Care for both male and female breast cancer survivors also includes management of side effects of treatment. Men treated with hormone therapies may experience side effects similar to those in women, including hot flashes, weight gain, and sexual dysfunction. In fact, approximately one in four men discontinues therapy prematurely because of bothersome symptoms.6,14 Although management of breast cancer treatment-related side effects in men is less well studied than that in women, similar lifestyle and medication approaches are used.14
Because any type of cancer, as well as its treatment, can affect sexual functioning in men and women, WHNPs should ask patients about their sexual health at follow-up visits and refer them to specialists when needed.14-17 The WHNP curriculum includes specific content on male sexual health that prepares WHNPs to assess sexual health conditions, to address psychosocial factors and conditions that affect sexual health, and to collaborate or refer appropriately for male sexual dysfunction treatment.1 The NCC WHNP certification examination includes content on male sexuality and sexual dysfunction.2
Both men and women with a diagnosis of breast cancer may experience body image disruption, anxiety, and depression.14,15 Although similarities between male and female breast cancer survivors exist in terms of psychological and quality-of-life (QOL) concerns, certain concerns are more likely to affect men. For example, some men may feel stigmatized by having a diagnosis so strongly associated with women.6,14,15 They may feel embarrassed to talk with their healthcare provider and feel isolated because they cannot find other male breast cancer survivors to whom then can relate.14,15 WHNPs are prepared in educational and clinical environments that emphasize attention to psychological, social, and cultural factors that influence healthcare and health outcomes. This holistic and individualized care extends across genders.
Gaps in knowledge
More research is needed regarding all aspects of male breast cancer. Biological differences between male breast cancers and female breast cancers may have implications for treatment strategies.11,12,14 Men with breast cancer should have an opportunity to participate in clinical trials and/or be added to a tumor registry to provide data on the care and outcomes of a rare disease. Studies conducted to better understand psychological and QOL problems for men with breast cancer could lead to improved care. All healthcare professionals specializing in breast cancer care for women and men are expected to stay current on evidence for best practice.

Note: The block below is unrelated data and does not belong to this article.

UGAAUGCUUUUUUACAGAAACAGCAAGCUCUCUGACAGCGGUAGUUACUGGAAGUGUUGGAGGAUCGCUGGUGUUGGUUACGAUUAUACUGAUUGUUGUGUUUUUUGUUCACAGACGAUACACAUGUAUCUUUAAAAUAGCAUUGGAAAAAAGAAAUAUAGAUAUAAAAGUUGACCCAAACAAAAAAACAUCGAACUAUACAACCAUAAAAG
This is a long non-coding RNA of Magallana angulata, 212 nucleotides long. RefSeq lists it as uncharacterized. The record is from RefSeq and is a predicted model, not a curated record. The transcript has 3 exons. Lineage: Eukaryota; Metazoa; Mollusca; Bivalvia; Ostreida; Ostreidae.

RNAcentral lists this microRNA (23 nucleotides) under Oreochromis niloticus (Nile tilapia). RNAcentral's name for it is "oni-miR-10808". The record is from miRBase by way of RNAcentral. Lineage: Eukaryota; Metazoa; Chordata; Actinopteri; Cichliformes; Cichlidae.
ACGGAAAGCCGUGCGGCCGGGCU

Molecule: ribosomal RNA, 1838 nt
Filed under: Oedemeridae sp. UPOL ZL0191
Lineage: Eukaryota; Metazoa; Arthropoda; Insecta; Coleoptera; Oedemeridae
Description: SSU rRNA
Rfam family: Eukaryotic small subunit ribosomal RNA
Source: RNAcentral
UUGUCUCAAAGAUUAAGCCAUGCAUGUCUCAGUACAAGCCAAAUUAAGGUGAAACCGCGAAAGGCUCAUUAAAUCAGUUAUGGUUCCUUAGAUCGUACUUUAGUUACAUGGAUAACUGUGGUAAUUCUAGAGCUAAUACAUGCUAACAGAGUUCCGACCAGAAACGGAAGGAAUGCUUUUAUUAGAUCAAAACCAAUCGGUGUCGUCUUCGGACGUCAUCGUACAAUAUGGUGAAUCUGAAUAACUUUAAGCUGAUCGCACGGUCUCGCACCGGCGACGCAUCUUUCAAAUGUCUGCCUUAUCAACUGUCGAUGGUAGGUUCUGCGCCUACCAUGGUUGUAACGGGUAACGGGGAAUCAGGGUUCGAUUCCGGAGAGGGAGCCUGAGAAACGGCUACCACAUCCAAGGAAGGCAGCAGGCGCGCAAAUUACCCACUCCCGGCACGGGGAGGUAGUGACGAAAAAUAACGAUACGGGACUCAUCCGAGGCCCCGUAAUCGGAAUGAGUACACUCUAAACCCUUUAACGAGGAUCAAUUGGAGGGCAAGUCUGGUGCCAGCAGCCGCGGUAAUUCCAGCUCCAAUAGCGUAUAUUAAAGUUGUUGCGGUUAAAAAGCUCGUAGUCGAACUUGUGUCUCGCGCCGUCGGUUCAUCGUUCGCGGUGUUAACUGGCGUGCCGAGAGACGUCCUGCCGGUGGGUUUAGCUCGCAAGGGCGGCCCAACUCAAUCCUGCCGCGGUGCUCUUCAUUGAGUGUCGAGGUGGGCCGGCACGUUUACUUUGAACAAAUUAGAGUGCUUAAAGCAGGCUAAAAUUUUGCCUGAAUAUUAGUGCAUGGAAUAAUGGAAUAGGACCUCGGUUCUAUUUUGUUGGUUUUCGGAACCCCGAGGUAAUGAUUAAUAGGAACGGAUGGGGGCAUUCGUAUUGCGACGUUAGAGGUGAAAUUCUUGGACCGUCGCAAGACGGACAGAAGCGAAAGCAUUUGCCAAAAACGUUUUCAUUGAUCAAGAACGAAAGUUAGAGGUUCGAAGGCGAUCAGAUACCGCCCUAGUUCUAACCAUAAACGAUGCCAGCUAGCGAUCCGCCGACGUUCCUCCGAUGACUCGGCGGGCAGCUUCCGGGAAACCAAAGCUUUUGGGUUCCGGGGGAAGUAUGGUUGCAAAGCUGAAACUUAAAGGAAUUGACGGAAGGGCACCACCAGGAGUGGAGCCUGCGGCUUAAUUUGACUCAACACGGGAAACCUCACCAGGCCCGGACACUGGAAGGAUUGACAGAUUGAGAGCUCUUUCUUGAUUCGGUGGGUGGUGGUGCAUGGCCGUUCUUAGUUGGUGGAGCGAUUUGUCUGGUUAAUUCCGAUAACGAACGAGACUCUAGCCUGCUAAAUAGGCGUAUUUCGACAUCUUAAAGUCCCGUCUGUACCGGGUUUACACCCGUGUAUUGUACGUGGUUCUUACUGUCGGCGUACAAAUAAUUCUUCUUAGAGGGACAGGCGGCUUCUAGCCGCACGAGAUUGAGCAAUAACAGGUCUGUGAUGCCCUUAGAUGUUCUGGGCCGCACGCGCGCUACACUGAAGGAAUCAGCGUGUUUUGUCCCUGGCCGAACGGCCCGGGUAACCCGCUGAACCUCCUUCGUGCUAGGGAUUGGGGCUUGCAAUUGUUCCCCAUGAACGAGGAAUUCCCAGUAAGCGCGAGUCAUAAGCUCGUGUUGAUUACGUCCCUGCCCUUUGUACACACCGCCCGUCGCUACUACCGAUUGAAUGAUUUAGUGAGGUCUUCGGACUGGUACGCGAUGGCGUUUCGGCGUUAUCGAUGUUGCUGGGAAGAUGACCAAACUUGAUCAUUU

Implications for WHNP practice
WHNPs who choose to specialize in breast care have a strong foundation to prepare them for this role. The WHNP curriculum and the WHNP certification examination reflect the knowledge base needed to provide care in this specialty area, which includes benign and malignant breast conditions in women and men. On-the-job training and CE programs further expand the knowledge and skills appropriate to providing this care.
Principles of breast cancer risk assessment and counseling are the same for women and men. Diagnostic testing, hormone-receptor evaluation, and staging for breast cancer are the same. Treatment modalities are the same. Management for treatment-related side effects and surveillance strategies for breast cancer survivors are similar for women and men. Holistic and individualized care is a cornerstone for all WHNPs. And those WHNPs who specialize in breast care are qualified to provide care for women and men.
- Educate employers and state boards of nursing as needed concerning the qualifications of WHNPs to specialize in breast care; and
- Advocate for removal of any current restrictions to WHNPs providing breast care for men.
- NPWH/AWHONN. Women’s Health Nurse Practitioner: Guidelines For Practice and Education.7th ed. Washington DC: NPWH/AWHONN; 2014.
- National Certification Corporation. 2018 Candidate Guide Women’s Health Nurse Practitioner. Chicago, IL: National Certification Corporation; 2018.
- American Cancer Society. Breast Cancer in Men. 2016.
- Pritzlaff M, Summerour P, McFarland R, et al. Male breast cancer in a multi-gene panel testing cohort: insights and unexpected results. Breast Cancer Res Treat. 2016;161(3):575-586.
- National Cancer Institute Physician Data Query (PDQ). Male Breast Cancer Treatment. 2017.
- Ruddy KJ, Wine EP. Male breast cancer: risk factors, biology, diagnosis, treatment and survivorship. Ann Oncol. 2013;24(6):1434-1443.
- National Comprehensive Cancer Network. Genetic/Familial High-Risk Assessment: High-Risk Assessment: Breast and Ovarian Cancer. 2017.
- American Cancer Society. Breast Cancer. 2018.
- National Comprehensive Cancer Network. Clinical Practice Guidelines in Oncology: Breast Cancer Screening and Diagnosis. 2017.
- Uslukaya O, Gümüs M, Gümüs H, et al. The management and outcomes of male breast cancer. J Breast Health. 2016;12(4):165-170.
- Nilsson C, Homlqvist M, Bergkvist L, et al. Similarities and differences in the characteristics and primary treatment of breast cancer in men and women – a population based study (Sweden). Acta Oncol. 2011;50(7):1083-1088.
- Shahidsales S, Ersi MF. Male breast cancer: a review of the literature. Rev Clin Med. 2017;4(2):69-72.
- National Comprehensive Cancer Network. Clinical Practice Guidelines in Oncology: Breast Cancer. 2018.
- Ferzoco RM, Ruddy KJ. Optimal delivery of male breast cancer follow-up care: improving outcomes. Breast Cancer (Dove Med Press). 2015;7:371-379
- Kipling M, Ralph J, Callanan K. Psychological impact of male breast disorders: literature review and survey results. Breast Care. 2014;9(1):29-33.
- National Cancer Institute. Sexual Health Issues in Women with Cancer. 2017.
- National Cancer Institute. Sexual Health Issues in Men with Cancer. 2017.
Approved by the NPWH Board of Directors: May 2018